•  Audrey Ipavec (North, West and Central Africa Regional Co-ordinator RCWP, ZSL)
  • Sarah Durant (Theme leader, ZSL, Institute of Zoology)
  • Paul De Ornellas (Programme Manager for Africa, ZSL)
  • Chris Ransom (Senior Programme Manager for Africa, ZSL)
  • Christian Plowman (Law Enforcement Advisor, ZSL)
  • Phillipp Henschel (Lion Survey Co-ordinator, Panthera)
  • Raj Amin (ZSL) – Consultative support for SMART system
  • Nick Beale (Law Enforcement Specialist, Panthera)

Partners and Sponsors

  • Panthera, CENAGREF, USFWS, Save the Elephant, IUCN Cat specialist group, Panthera, ZSL, Rangewide Conservation Programme for Cheetah and Wild Dog (RWCP)

Elephant conservation

Forest Elephant Conservation

Dja Conservation Complex

African elephant

Populations of African elephants (Loxodonta africana) in West Africa range across 13 countires, including: Benin, Burkina-Faso, Ivory Coast, Ghana, Guinea, Guinea-Bissau, Liberia, Mali, Niger, Nigeria, Senegal, Sierra Leone, and Togo.

Historically they would have been found in high numbers across the region but sadly the elephants of West Africa were amongst the first on the continent to suffer heavy losses as a result of demand for ivory in the early colonial period. 

The main threats to the remaining elephant populations in this region are illegal poaching for ivory alongside habitat loss and fragmentation (caused by ongoing human population expansion and rapid land conversion) and associated conflict with people. The total population has been estimated at less than 8,000 individuals across the whole of West Africa (http://www.elephantdatabase.org/).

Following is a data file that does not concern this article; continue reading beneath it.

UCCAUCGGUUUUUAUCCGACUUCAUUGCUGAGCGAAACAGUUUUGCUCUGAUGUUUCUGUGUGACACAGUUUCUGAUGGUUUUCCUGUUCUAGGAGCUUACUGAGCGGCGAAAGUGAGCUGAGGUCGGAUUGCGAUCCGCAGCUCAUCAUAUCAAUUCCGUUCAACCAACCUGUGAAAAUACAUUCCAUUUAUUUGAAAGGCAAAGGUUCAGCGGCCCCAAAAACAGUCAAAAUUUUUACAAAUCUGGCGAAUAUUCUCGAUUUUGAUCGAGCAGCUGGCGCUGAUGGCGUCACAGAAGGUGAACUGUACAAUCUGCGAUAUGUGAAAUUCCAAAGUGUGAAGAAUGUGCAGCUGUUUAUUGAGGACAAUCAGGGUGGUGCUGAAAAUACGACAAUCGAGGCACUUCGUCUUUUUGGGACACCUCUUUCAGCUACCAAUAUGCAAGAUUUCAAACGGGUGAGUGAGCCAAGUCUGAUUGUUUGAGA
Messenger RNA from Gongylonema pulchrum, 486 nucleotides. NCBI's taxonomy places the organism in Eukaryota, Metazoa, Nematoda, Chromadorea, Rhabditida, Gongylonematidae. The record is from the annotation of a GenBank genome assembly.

Elephant conservation in the WAP complex

African lioness, Pendjari

The West African lion (Panthera leo leo) population has been classified as a separate subpopulation, ranging over 5 countries (Benin, Burkina Faso, Niger, Nigeria and Senegal).

The main threats to this subpopulation include large-scale habitat conversion, prey base depletion through unsustainable hunting, and the retaliatory killing of lions due to perceived or real human-lion conflict.

This subpopulation is estimated at 404 individuals, with 90% of them persisting in the W-Arly-Pendjari conservation complex (WAP complex), Benin. 

Lion conservation in the WAP complex

 

Cheetah in Pendjari, Benin. Image (c) C.Pavey
Cheetah in Pendjari, Benin. Image (c) C. Pavey

The Northwest African cheetah (or Saharan cheetah), now largely confined to desert environments, is known to currently occur in four countries – Algeria, Niger, Benin and Burkina Faso – and may persist in North Mali, and West Libya.

In Benin, cheetahs can be found in small numbers in the Pendjari and W national parks, but genetic analysis are still required to strictly identify individuals belonging to the hecki subspecies in the WAP complex.

Like in other parts of Africa, the main threats to cheetah populations are habitat loss and fragmentation, trade and to a lesser extent human-wildlife conflict.

Little information is available on the Northwest African cheetah, but the total population continues to decline and represents less than 250 mature individuals.

cheetah conservation in the wap complex

African wild dogs in West Africa.

The West African wild dog survives only in Senegal and potentially in the W complex in Benin, Burkina Faso and Niger.

The principal threats to African wild dogs include habitat fragmentation, conflict with human activities, road kills, and infectious disease. The vulnerability of this species is also increased by the fact that it generally occurs at low densities.

The population of African Wild Dogs in West Africa is currently estimated at 70 adults (15 mature individuals) and continues to decline.

Wild dog conservation in the WAP complex